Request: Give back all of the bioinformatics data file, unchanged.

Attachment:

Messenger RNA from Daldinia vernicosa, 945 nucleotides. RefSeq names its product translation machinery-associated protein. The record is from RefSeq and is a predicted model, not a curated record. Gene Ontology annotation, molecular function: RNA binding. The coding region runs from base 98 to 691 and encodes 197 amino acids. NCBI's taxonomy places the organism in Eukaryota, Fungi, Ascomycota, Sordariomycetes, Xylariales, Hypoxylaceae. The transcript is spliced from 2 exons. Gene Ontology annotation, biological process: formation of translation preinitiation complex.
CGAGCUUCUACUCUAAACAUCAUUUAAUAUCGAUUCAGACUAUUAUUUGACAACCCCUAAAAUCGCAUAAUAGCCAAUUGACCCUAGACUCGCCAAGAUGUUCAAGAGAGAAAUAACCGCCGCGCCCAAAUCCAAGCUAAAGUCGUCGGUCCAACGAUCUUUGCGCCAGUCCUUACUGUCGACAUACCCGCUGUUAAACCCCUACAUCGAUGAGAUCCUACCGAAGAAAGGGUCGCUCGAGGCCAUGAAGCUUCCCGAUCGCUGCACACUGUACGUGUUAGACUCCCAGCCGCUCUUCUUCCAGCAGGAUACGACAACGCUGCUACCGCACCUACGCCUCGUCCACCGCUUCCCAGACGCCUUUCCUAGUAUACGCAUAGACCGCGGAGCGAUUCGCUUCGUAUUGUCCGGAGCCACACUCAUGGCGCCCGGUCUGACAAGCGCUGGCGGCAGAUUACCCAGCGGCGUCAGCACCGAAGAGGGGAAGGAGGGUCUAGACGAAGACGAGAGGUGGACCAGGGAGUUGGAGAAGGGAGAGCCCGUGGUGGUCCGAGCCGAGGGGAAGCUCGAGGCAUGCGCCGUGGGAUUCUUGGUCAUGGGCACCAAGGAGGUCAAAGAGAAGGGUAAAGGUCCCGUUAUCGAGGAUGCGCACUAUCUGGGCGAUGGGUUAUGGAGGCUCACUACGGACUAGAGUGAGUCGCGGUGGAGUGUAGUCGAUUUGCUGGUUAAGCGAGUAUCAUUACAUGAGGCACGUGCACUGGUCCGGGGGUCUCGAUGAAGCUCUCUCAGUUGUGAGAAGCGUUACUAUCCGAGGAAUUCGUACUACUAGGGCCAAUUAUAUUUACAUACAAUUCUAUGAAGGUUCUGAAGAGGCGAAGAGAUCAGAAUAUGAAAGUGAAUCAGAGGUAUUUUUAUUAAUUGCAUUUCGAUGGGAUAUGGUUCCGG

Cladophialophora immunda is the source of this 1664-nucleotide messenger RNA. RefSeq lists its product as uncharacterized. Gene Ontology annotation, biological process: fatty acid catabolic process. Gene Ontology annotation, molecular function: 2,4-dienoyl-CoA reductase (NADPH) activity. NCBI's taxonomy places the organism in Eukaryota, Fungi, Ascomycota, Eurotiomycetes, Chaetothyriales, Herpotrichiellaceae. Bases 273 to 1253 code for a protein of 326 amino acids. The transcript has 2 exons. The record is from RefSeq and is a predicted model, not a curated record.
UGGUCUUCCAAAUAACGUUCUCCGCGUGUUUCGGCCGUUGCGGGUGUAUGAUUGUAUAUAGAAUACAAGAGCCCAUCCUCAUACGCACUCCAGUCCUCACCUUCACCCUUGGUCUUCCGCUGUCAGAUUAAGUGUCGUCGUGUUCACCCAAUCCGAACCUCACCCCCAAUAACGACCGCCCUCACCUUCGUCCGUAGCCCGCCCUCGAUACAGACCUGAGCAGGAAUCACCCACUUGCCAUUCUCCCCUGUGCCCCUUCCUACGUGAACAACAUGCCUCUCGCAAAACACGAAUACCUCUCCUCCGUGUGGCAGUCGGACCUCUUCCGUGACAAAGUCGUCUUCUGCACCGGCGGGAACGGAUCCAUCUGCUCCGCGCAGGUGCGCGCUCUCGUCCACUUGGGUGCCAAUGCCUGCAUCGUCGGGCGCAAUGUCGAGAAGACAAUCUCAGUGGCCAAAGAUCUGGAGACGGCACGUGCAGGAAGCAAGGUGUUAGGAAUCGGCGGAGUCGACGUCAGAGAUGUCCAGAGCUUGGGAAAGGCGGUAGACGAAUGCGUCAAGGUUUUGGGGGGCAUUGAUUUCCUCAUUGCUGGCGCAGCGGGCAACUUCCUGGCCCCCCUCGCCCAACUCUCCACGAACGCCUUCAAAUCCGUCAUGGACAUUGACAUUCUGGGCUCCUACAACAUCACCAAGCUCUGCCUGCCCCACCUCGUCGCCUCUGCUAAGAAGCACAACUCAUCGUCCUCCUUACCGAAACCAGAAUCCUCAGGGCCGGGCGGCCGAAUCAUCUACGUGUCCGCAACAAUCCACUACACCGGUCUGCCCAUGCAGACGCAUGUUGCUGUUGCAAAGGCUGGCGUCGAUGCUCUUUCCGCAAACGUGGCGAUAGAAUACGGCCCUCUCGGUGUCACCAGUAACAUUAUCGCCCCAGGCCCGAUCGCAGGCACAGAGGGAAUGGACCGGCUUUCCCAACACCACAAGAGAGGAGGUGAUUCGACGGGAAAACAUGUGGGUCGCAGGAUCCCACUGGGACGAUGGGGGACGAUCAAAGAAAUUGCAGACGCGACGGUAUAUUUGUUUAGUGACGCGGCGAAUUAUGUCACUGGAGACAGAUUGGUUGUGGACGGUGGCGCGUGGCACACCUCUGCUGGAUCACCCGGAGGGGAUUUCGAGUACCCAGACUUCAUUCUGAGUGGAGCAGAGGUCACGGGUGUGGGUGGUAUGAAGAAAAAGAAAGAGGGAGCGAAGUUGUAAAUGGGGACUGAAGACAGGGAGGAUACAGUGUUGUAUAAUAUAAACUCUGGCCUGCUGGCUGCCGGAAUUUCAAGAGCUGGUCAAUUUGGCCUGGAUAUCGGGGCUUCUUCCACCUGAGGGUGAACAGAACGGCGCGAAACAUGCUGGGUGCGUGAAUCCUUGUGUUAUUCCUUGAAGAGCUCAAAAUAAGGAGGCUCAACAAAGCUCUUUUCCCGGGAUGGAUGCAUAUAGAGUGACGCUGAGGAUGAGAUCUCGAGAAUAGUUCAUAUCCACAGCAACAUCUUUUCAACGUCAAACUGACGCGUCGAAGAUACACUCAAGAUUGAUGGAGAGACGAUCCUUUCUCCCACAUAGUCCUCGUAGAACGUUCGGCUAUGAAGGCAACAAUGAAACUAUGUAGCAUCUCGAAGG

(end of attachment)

Messenger RNA from Daldinia vernicosa, 945 nucleotides. RefSeq names its product translation machinery-associated protein. The record is from RefSeq and is a predicted model, not a curated record. Gene Ontology annotation, molecular function: RNA binding. The coding region runs from base 98 to 691 and encodes 197 amino acids. NCBI's taxonomy places the organism in Eukaryota, Fungi, Ascomycota, Sordariomycetes, Xylariales, Hypoxylaceae. The transcript is spliced from 2 exons. Gene Ontology annotation, biological process: formation of translation preinitiation complex.
CGAGCUUCUACUCUAAACAUCAUUUAAUAUCGAUUCAGACUAUUAUUUGACAACCCCUAAAAUCGCAUAAUAGCCAAUUGACCCUAGACUCGCCAAGAUGUUCAAGAGAGAAAUAACCGCCGCGCCCAAAUCCAAGCUAAAGUCGUCGGUCCAACGAUCUUUGCGCCAGUCCUUACUGUCGACAUACCCGCUGUUAAACCCCUACAUCGAUGAGAUCCUACCGAAGAAAGGGUCGCUCGAGGCCAUGAAGCUUCCCGAUCGCUGCACACUGUACGUGUUAGACUCCCAGCCGCUCUUCUUCCAGCAGGAUACGACAACGCUGCUACCGCACCUACGCCUCGUCCACCGCUUCCCAGACGCCUUUCCUAGUAUACGCAUAGACCGCGGAGCGAUUCGCUUCGUAUUGUCCGGAGCCACACUCAUGGCGCCCGGUCUGACAAGCGCUGGCGGCAGAUUACCCAGCGGCGUCAGCACCGAAGAGGGGAAGGAGGGUCUAGACGAAGACGAGAGGUGGACCAGGGAGUUGGAGAAGGGAGAGCCCGUGGUGGUCCGAGCCGAGGGGAAGCUCGAGGCAUGCGCCGUGGGAUUCUUGGUCAUGGGCACCAAGGAGGUCAAAGAGAAGGGUAAAGGUCCCGUUAUCGAGGAUGCGCACUAUCUGGGCGAUGGGUUAUGGAGGCUCACUACGGACUAGAGUGAGUCGCGGUGGAGUGUAGUCGAUUUGCUGGUUAAGCGAGUAUCAUUACAUGAGGCACGUGCACUGGUCCGGGGGUCUCGAUGAAGCUCUCUCAGUUGUGAGAAGCGUUACUAUCCGAGGAAUUCGUACUACUAGGGCCAAUUAUAUUUACAUACAAUUCUAUGAAGGUUCUGAAGAGGCGAAGAGAUCAGAAUAUGAAAGUGAAUCAGAGGUAUUUUUAUUAAUUGCAUUUCGAUGGGAUAUGGUUCCGG

Cladophialophora immunda is the source of this 1664-nucleotide messenger RNA. RefSeq lists its product as uncharacterized. Gene Ontology annotation, biological process: fatty acid catabolic process. Gene Ontology annotation, molecular function: 2,4-dienoyl-CoA reductase (NADPH) activity. NCBI's taxonomy places the organism in Eukaryota, Fungi, Ascomycota, Eurotiomycetes, Chaetothyriales, Herpotrichiellaceae. Bases 273 to 1253 code for a protein of 326 amino acids. The transcript has 2 exons. The record is from RefSeq and is a predicted model, not a curated record.
UGGUCUUCCAAAUAACGUUCUCCGCGUGUUUCGGCCGUUGCGGGUGUAUGAUUGUAUAUAGAAUACAAGAGCCCAUCCUCAUACGCACUCCAGUCCUCACCUUCACCCUUGGUCUUCCGCUGUCAGAUUAAGUGUCGUCGUGUUCACCCAAUCCGAACCUCACCCCCAAUAACGACCGCCCUCACCUUCGUCCGUAGCCCGCCCUCGAUACAGACCUGAGCAGGAAUCACCCACUUGCCAUUCUCCCCUGUGCCCCUUCCUACGUGAACAACAUGCCUCUCGCAAAACACGAAUACCUCUCCUCCGUGUGGCAGUCGGACCUCUUCCGUGACAAAGUCGUCUUCUGCACCGGCGGGAACGGAUCCAUCUGCUCCGCGCAGGUGCGCGCUCUCGUCCACUUGGGUGCCAAUGCCUGCAUCGUCGGGCGCAAUGUCGAGAAGACAAUCUCAGUGGCCAAAGAUCUGGAGACGGCACGUGCAGGAAGCAAGGUGUUAGGAAUCGGCGGAGUCGACGUCAGAGAUGUCCAGAGCUUGGGAAAGGCGGUAGACGAAUGCGUCAAGGUUUUGGGGGGCAUUGAUUUCCUCAUUGCUGGCGCAGCGGGCAACUUCCUGGCCCCCCUCGCCCAACUCUCCACGAACGCCUUCAAAUCCGUCAUGGACAUUGACAUUCUGGGCUCCUACAACAUCACCAAGCUCUGCCUGCCCCACCUCGUCGCCUCUGCUAAGAAGCACAACUCAUCGUCCUCCUUACCGAAACCAGAAUCCUCAGGGCCGGGCGGCCGAAUCAUCUACGUGUCCGCAACAAUCCACUACACCGGUCUGCCCAUGCAGACGCAUGUUGCUGUUGCAAAGGCUGGCGUCGAUGCUCUUUCCGCAAACGUGGCGAUAGAAUACGGCCCUCUCGGUGUCACCAGUAACAUUAUCGCCCCAGGCCCGAUCGCAGGCACAGAGGGAAUGGACCGGCUUUCCCAACACCACAAGAGAGGAGGUGAUUCGACGGGAAAACAUGUGGGUCGCAGGAUCCCACUGGGACGAUGGGGGACGAUCAAAGAAAUUGCAGACGCGACGGUAUAUUUGUUUAGUGACGCGGCGAAUUAUGUCACUGGAGACAGAUUGGUUGUGGACGGUGGCGCGUGGCACACCUCUGCUGGAUCACCCGGAGGGGAUUUCGAGUACCCAGACUUCAUUCUGAGUGGAGCAGAGGUCACGGGUGUGGGUGGUAUGAAGAAAAAGAAAGAGGGAGCGAAGUUGUAAAUGGGGACUGAAGACAGGGAGGAUACAGUGUUGUAUAAUAUAAACUCUGGCCUGCUGGCUGCCGGAAUUUCAAGAGCUGGUCAAUUUGGCCUGGAUAUCGGGGCUUCUUCCACCUGAGGGUGAACAGAACGGCGCGAAACAUGCUGGGUGCGUGAAUCCUUGUGUUAUUCCUUGAAGAGCUCAAAAUAAGGAGGCUCAACAAAGCUCUUUUCCCGGGAUGGAUGCAUAUAGAGUGACGCUGAGGAUGAGAUCUCGAGAAUAGUUCAUAUCCACAGCAACAUCUUUUCAACGUCAAACUGACGCGUCGAAGAUACACUCAAGAUUGAUGGAGAGACGAUCCUUUCUCCCACAUAGUCCUCGUAGAACGUUCGGCUAUGAAGGCAACAAUGAAACUAUGUAGCAUCUCGAAGG